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Veterans Bureau Aims to Eliminate Veteran Homelessness

Providers, veterans groups and state and local officials met this week to discuss ways to eliminate veterans homelessness by the end of next year.

After several years of increasing numbers, the number of homeless veterans decreased by 46 percent between 2014 and 2015. Maine Bureau of Veterans Services Director Adria Horn says it will take greater coordination and cooperation, but she thinks the goal of ending veterans homelessness in Maine in 2017 is achievable.

“Sharing of information, and continuing to work through the plans that have been in place and have been contributing to the decrease in numbers we have seen for the last four years, I do. I think we are on the right path,” she says.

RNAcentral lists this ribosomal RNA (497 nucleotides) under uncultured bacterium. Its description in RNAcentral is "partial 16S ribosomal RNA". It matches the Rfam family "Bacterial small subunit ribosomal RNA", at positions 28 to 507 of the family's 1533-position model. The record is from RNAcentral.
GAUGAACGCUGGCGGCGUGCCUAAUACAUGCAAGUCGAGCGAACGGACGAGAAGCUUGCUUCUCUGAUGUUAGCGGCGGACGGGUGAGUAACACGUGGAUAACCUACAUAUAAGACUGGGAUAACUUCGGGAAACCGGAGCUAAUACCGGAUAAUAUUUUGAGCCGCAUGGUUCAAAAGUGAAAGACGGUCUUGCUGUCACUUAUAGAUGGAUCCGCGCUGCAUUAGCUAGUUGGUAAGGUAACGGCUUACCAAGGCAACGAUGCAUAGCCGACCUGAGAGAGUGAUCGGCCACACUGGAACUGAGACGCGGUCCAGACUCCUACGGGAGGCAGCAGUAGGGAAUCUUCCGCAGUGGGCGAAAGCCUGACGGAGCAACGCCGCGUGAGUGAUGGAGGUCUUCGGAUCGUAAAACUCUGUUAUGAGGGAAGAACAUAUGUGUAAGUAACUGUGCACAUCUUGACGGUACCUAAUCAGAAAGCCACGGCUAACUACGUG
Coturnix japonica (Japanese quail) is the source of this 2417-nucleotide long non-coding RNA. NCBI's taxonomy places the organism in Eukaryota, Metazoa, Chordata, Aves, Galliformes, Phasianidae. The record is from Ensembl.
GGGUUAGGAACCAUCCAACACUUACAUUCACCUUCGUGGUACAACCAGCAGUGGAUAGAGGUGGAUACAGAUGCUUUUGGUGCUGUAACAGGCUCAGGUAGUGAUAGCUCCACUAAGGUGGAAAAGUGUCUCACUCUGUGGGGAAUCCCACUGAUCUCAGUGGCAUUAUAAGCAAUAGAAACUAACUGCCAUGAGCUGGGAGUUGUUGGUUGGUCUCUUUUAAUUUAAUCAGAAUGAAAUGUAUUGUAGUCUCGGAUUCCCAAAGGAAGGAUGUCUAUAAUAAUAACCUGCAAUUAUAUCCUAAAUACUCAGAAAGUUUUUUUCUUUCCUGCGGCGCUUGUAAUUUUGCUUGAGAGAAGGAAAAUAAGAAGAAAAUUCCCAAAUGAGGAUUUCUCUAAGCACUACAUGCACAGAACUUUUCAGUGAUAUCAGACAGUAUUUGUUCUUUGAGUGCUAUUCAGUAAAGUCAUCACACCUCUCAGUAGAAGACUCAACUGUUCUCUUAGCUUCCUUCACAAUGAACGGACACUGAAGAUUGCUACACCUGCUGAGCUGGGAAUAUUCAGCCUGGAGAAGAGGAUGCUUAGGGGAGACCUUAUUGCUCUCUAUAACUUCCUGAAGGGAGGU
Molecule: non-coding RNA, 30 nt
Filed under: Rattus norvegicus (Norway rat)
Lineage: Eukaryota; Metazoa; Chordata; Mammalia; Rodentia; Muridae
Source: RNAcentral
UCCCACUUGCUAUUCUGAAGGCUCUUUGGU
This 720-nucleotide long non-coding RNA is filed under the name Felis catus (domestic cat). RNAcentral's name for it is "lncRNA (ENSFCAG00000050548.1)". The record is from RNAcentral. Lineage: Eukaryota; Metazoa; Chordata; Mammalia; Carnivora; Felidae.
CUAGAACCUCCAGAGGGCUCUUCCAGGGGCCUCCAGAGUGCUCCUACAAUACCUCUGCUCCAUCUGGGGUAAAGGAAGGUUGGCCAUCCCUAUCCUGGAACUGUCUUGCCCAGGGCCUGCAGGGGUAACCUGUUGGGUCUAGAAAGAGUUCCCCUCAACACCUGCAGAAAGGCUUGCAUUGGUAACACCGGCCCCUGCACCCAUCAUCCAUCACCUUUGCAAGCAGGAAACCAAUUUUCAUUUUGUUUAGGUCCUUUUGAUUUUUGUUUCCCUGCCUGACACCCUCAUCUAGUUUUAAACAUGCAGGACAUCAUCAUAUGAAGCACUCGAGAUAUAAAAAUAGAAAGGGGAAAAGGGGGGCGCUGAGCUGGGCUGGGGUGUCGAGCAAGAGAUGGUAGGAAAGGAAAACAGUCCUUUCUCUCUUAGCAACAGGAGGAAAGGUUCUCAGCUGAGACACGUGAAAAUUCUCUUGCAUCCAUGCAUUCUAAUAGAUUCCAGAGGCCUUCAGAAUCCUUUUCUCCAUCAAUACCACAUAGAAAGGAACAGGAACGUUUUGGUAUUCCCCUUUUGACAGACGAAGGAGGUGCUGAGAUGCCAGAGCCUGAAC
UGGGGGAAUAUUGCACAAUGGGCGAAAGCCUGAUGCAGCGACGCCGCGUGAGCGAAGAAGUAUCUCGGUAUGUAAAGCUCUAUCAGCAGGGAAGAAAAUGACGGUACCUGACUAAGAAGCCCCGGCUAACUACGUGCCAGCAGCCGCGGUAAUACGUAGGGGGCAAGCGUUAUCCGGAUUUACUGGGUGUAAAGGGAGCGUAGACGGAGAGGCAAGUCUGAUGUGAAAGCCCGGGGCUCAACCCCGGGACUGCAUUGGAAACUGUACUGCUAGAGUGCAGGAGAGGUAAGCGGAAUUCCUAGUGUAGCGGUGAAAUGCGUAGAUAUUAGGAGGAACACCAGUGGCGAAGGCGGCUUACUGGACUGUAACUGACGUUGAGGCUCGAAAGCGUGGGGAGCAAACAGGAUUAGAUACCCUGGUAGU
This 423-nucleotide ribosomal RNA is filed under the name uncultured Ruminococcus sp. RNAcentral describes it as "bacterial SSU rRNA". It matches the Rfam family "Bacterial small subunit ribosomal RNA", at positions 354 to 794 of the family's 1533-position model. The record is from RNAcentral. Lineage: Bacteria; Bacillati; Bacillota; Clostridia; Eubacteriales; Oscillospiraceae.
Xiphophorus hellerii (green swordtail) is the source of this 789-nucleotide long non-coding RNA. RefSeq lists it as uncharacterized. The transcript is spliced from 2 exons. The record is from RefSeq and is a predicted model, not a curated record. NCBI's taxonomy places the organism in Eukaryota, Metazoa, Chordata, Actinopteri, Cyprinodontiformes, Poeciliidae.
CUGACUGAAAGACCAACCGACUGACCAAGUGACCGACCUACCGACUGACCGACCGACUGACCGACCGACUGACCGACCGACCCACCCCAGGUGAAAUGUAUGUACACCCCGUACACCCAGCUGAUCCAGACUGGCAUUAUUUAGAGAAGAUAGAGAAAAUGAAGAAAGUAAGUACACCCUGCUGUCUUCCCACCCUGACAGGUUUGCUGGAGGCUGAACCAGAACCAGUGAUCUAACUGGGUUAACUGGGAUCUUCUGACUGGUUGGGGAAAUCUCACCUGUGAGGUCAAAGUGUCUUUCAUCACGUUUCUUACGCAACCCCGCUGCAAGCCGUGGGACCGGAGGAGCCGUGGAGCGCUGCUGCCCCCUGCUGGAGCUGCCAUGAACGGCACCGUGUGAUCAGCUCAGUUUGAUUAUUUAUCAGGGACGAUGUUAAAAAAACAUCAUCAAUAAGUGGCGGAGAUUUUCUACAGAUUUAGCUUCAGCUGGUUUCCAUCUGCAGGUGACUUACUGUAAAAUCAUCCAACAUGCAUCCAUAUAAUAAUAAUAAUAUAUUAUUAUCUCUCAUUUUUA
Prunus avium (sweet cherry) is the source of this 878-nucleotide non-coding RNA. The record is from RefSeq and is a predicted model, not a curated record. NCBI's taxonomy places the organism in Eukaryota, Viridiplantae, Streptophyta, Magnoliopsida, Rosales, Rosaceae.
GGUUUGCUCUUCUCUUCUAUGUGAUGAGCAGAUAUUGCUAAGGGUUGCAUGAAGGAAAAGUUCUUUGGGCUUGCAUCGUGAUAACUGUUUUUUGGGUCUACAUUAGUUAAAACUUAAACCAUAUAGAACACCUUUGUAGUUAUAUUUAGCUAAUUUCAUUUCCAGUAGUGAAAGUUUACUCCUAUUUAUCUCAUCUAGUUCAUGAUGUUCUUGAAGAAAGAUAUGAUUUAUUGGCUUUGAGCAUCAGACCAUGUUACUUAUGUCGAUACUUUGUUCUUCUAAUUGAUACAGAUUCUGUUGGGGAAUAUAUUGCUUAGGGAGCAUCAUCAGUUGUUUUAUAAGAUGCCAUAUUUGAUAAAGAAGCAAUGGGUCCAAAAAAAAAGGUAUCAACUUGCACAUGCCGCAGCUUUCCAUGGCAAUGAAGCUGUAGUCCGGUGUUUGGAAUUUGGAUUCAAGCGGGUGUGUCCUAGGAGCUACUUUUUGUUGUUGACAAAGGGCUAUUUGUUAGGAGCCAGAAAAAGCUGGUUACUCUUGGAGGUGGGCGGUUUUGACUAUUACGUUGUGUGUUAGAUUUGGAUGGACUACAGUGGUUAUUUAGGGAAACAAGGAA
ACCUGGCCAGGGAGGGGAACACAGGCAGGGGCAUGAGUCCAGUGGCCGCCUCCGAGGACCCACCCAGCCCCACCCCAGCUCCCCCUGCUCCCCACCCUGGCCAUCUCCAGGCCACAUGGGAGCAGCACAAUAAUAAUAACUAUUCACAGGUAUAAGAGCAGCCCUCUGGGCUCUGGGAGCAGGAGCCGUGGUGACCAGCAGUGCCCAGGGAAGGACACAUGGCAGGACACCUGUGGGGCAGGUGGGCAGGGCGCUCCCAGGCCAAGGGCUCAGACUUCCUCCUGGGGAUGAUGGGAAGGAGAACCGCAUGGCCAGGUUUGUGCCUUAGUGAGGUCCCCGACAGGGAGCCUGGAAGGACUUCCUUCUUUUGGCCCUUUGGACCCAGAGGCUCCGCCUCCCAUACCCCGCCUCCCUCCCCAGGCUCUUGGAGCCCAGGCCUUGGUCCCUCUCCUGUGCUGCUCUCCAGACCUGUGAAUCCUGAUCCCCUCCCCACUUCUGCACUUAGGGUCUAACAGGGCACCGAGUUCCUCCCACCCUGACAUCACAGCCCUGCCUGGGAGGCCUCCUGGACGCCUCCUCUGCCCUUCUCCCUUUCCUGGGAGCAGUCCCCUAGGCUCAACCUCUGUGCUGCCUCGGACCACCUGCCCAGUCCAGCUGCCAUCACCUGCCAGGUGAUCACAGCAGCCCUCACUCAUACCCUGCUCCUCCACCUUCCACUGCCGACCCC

And Horn says that goal includes an expanded definition of homelessness mandated by the Legislature. Federal officials define homeless as totally without a place to stay, while Maine has adopted a broader definition to include those living in their cars or coach surfing at friends’ homes.

“The federal definition right now really talks about literally
homeless, it doesn’t include those living in their car, those that have been
couch surfing. The Legislature was very clear that they wanted us to expand the
definition to get a better count,” she says.